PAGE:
How To Enjoy An Animal Free Christmas
Christmas Day. What could be better than sitting down with the family to a Christmas dinner of turkey and the trimmings, Christmas pud, brandy butter, with presents and a slice of Christmas cake?
Well, if you're trying to avoid animal products, then Christmas can be a particularly hard time for you. Sunday lunch may be a tradition that can stretch to a vegetarian alternative, but a turkey roast for Christmas dinner is as traditional as decorating the tree.
So what can you do if you still want to pull all the stops out for Christmas, but you still want to avoid animal products? If you want a big blow-out dinner extravaganza, there are some great, luxury ingredients you can cook with that will tickle your taste buds and leave you as stuffed as the proverbial turkey.
Turkey Alternative For ChristmasNuts are a great luxury item that can make a terrifically tasty dinner for vegetarians. Find a recipe for a really good nut loaf and use that as an alternative to carve on Christmas Day. Brazil nuts make a great nut roast, as do pine nuts, or you can push the boat out with a luxury five nut roast using walnuts, hazelnuts, almonds, cashews and sesame seeds.
How About A Vegetarian Roast?If your usual Christmas dinner includes pigs in blankets, you will need to find some vegetarian sausages, and skip the 'blanket', or wrap the sausage in a leaf of some kind - maybe pak choi, or a piece of cabbage. Roast potatoes are a must of course, but be careful to cook them in vegetable oil rather than lard or goose fat.
Other traditional accompaniments, like parsnip, carrot, swede, Brussels sprouts, and so on, are of course all great for vegetarians, and don't forget chestnuts are another traditional favourite that will ensure you don't miss out on that flavour of Christmas, and just because you're not having turkey, doesn't mean you can't have cranberry sauce to accompany your dinner.
A Vegetarian Christmas PuddingChristmas pudding is traditionally made with suet, which is a beef by-product, so be careful to find or make a vegetarian pudding. Vegetarian puddings can be made with soya milk and vegetarian suet to avoid eggs. Most shops stock some really delicious vegan puddings if you don't want to make one, but a home made one can include as much alcohol as you like! There are even recipes for 'no butter Brandy butter' so strict vegans can still make the most of a wonderfully rich dessert to round off Christmas dinner.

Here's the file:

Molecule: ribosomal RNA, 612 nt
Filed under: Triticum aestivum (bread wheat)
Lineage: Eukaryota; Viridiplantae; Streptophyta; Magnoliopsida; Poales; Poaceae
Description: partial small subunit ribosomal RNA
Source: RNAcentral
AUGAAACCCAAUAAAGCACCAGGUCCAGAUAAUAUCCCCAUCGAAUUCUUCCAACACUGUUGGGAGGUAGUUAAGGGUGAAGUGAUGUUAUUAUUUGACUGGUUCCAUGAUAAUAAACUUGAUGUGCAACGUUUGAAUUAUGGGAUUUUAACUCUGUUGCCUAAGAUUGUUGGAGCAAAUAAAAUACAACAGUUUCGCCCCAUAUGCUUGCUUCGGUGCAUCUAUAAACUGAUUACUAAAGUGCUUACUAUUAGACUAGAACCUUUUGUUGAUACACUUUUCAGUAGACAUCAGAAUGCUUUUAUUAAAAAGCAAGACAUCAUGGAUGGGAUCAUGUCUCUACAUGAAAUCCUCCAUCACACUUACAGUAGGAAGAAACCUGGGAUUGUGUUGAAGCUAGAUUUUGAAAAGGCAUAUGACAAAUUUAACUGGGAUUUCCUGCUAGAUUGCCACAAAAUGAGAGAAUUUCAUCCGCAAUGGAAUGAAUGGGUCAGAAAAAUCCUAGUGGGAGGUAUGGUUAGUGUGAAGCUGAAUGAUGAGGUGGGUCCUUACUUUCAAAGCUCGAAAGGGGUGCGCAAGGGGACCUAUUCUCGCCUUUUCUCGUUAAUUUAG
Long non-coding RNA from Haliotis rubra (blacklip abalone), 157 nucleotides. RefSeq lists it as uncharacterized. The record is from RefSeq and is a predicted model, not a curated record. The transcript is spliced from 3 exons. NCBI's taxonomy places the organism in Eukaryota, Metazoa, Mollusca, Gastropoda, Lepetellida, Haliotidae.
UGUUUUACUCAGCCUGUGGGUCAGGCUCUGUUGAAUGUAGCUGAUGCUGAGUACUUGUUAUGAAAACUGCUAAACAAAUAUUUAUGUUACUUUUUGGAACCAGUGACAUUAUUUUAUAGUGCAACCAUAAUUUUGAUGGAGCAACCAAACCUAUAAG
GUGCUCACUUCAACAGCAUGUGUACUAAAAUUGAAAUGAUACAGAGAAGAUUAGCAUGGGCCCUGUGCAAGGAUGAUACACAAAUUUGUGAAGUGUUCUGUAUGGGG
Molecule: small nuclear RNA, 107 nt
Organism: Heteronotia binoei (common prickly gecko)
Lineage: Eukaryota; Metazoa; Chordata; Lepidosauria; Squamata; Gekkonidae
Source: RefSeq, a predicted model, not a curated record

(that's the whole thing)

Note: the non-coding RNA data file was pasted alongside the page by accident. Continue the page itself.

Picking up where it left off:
What About Christmas Cake?Mince pies are a great favourite at Christmas time, and these sweet treats are easy to make vegetarian. Christmas cake is traditionally rich and full of eggs and butter, but vegans need not despair as it is still possible to make a fantastic and juicy cake with dates and nuts that's so tasty no one will ever know it's a vegan cake. Alternatively, there are a number of specialist websites that sell vegan cakes by mail order, so you can save yourself some time and have the cake delivered.
Animal Free Christmas PresentsTo avoid embarrassment when opening Christmas presents, don't forget to tell your friends and family that you would prefer animal free Christmas presents, and you could remind them of the kinds of things this includes. To be on the safe side and make everyone comfortable, you could write a list of things you'd like for Christmas. You could even suggest where to shop for them, that way, even if someone buys you cosmetics or toiletries, you can still be sure they're animal friendly.
Gently suggest that you would prefer not to receive leather purses, wallets, handbags, gloves or belts, silk scarves and handkerchiefs and certain kinds of woollen jumper. It may feel odd to give someone a list or make a specific request for a present, but it will be easier all round and takes the hassle out of shopping, if the gift giver knows exactly what you want - and that you'll be delighted to receive it. Okay, so there's no surprise, but it saves duplicate presents or disappointment over something you didn't want.
Following these simple suggestions should ensure you have a wonderful and indulgent Christmas, safe in the knowledge that you've remained animal free, and of course there's one Christmas tradition that's completely safe for vegetarians and vegans alike - you can still have the biggest, brightest Christmas tree possible.